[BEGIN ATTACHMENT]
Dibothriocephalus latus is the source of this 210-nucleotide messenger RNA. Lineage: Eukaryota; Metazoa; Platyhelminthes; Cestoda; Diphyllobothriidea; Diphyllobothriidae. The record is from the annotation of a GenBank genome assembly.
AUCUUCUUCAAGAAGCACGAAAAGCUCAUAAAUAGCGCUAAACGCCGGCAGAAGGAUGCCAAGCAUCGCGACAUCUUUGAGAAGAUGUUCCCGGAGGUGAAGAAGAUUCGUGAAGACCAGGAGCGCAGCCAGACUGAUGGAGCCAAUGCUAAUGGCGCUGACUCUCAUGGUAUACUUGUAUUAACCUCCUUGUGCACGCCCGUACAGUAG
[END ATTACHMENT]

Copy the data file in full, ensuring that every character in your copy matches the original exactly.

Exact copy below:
Dibothriocephalus latus is the source of this 210-nucleotide messenger RNA. Lineage: Eukaryota; Metazoa; Platyhelminthes; Cestoda; Diphyllobothriidea; Diphyllobothriidae. The record is from the annotation of a GenBank genome assembly.
AUCUUCUUCAAGAAGCACGAAAAGCUCAUAAAUAGCGCUAAACGCCGGCAGAAGGAUGCCAAGCAUCGCGACAUCUUUGAGAAGAUGUUCCCGGAGGUGAAGAAGAUUCGUGAAGACCAGGAGCGCAGCCAGACUGAUGGAGCCAAUGCUAAUGGCGCUGACUCUCAUGGUAUACUUGUAUUAACCUCCUUGUGCACGCCCGUACAGUAG